http://www.nyu.edu/calabash/vol5no1/0501104.pdf – One of the interesting aspects of this Opal Palmer Adisa interview featured in Calabash was her insights on the Caribbean aesthetic.

VISUAL ART

http://afrolicious.com/2011/08/16/the-missing-peace-is-beautiful – This is a short film, The Missing Peace, by Rachel Benjamin; it’s based on a story by Haitian-American writer Edwidge Dandicat.

http://www.youtube.com/watch?v=ymvk3HsocqQ – Motion in motion.

http://www.youtube.com/watch?v=C-DWLzbPmcQ – She Rox Lox – Zahra Airall’s rendering of locked women who are just beautiful.

http://tonguesoftheocean.org/2010/06/crime – This Steven Burrows piece calls to mind for me the Bob Marley song ‘Johnny Was’: “woman hold her head and cry, ’cause her son has been shot down in the street and die”…a commentary on the unsettling state of affairs on our streets and in our homes.

http://wn.com/UNICEF_oneminutesjr__Dear_Dad – This is a winning piece in a UNICEF competition by Antiguan Carlon Knight; it’s entitled ‘Dear Dad’ and is quite touching.

http://tonguesoftheocean.org/2010/06/help-a-sistah-out-man – This was posted on Tongues of the Ocean, the Bahamian-Caribbean multi-media arts journal. The artist is Lindsay Braynen.

…AND HERE’S SOME OF MY STUFF

Excerpt from Oh Gad! (my new book due in 2012)

Friday Night Fish Fry (fiction) @ Sea Breeze – http://www.liberiaseabreeze.com/joanne_c_hillhouse.html

After Glow (fiction) @ Tongues of the Ocean – http://tonguesoftheocean.org/2009/11/after-glow

How to Make Cassava Bread and Other Musings on Culture (non fiction) @ Antigua Stories – http://antiguastories.wordpress.com/food-2/food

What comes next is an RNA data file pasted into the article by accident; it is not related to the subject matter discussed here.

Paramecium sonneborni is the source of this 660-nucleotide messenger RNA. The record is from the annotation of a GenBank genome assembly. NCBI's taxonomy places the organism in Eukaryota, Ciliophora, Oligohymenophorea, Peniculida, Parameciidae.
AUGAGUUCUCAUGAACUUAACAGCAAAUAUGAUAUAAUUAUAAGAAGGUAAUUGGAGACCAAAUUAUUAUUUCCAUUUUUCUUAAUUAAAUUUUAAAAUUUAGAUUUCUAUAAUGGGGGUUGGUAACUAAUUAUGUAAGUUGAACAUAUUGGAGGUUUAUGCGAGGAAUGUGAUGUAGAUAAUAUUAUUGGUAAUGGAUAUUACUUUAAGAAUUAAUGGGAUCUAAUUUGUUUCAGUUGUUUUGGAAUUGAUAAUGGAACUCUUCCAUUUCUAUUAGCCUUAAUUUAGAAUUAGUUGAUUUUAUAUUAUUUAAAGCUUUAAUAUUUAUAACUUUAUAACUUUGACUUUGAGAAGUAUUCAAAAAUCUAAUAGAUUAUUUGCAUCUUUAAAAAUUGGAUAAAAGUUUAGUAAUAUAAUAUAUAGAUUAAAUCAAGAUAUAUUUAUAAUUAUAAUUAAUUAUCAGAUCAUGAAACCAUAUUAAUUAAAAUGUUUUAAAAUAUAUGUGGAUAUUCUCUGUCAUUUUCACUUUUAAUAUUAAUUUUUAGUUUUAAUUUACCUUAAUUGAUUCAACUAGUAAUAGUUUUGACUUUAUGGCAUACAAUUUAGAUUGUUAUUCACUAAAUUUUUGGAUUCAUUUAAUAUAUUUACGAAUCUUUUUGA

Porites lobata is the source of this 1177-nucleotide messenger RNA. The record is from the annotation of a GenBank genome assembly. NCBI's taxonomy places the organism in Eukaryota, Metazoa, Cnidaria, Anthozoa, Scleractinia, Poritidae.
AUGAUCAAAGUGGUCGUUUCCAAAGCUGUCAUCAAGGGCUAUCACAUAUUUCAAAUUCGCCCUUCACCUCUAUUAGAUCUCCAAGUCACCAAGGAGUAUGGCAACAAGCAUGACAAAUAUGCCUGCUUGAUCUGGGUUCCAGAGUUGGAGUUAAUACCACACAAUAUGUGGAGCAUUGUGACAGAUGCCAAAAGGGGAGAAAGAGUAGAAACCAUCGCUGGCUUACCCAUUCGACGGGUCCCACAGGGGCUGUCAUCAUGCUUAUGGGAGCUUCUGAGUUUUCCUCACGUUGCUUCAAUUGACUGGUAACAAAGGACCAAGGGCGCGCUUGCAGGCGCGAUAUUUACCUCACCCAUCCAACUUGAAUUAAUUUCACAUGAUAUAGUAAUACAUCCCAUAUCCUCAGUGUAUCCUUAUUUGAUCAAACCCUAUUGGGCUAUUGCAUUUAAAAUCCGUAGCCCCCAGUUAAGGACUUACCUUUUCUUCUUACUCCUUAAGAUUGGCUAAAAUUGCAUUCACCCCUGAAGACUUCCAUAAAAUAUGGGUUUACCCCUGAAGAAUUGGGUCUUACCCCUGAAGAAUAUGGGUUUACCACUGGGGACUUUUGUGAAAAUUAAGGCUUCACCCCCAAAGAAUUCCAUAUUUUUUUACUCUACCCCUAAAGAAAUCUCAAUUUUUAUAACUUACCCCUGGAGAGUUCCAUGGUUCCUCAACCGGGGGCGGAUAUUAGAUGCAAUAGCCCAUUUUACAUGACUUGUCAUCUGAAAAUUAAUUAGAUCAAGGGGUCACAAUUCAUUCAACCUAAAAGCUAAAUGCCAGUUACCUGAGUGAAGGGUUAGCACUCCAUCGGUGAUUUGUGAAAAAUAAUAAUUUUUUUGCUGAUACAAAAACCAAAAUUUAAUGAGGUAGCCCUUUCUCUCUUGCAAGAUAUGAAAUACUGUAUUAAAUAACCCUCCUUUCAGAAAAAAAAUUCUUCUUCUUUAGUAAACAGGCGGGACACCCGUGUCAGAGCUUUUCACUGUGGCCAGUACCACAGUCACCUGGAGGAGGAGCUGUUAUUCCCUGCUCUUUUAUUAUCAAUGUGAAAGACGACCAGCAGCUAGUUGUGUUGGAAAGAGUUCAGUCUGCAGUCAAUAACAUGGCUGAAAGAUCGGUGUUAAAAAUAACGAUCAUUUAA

At Calabash (non fiction) @ Caribbean Literary Salon – https://wadadlipen.wordpress.com/2010/09/20/at-calabash

Defining Moments (non fiction) @ Geoffrey Philp’s blog – http://geoffreyphilp.blogspot.com/2010/12/defining-momentsjoanne-c-hillhouse.html

Off the Map (non fiction) @ Signifying Guyana –

http://signifyinguyana.typepad.com/signifyin_guyana/2010/12/guest-post-writing-off-the-map-by-joanne-c-hillhouse.html  

What Calypso Taught Me About Writing (non fiction) @ Caribbean Literary Salon – http://caribbeanliterarysalon.ning.com/profiles/blogs/what-calypso-taught-me-about

At Sea (fiction) @ Munyori – http://www.munyori.com/joannehillhouse.html

Pushing Water Up Hill (non fiction) @ Caribbean Literary Salon – http://caribbeanliterarysalon.ning.com/profiles/blogs/pushing-water-up-hill-one

Wadadli Pen – Nurturing Another Generation of Antiguan and Barbudan Writers (non fiction) @ Summer Edward’s blog – http://summeredward.blogspot.com/2010/08/guest-post-by-joanne-c-hillhouse.html

Cold Paradise (fiction) @ Women Writers – http://www.womenwriters.net/aug08/fiction_poetry/Hillhouse_ColdParadise.htm

Somebody! (fiction) @ St. Somewhere – http://visitstsomewhere.blogspot.com

Reflections on Jamaca (non fiction) @ Caribbean Literary Salon – https://wadadlipen.wordpress.com/2010/09/19/reflections-on-jamaica

Portent (fiction) @ Women Writers – http://www.womenwriters.net/aug08/fiction_poetry/Hillhouse_Portent.htm

Philly Ramblings 8 (poetry) @ Ma Comère – http://dloc.com/AA00000079/00004/36j

Ghosts Laments (poetry) @ Small Axe – http://smallaxe.net/wordpress3/prose/2011/06/30/poem-by-joanne-hillhouse

Benediction before the Essence (poetry) @ Women Writers – http://www.womenwriters.net/aug08/fiction_poetry/hillhouse_poetry.html

Prospero’s Education, The Arrival, Da’s Calypso (3 poems) @ Calabash – http://www.nyu.edu/calabash/vol4no2

Interview @ Caribbean Literary Salon – http://caribbeanliterarysalon.ning.com/profiles/blogs/interview-with-joanne-c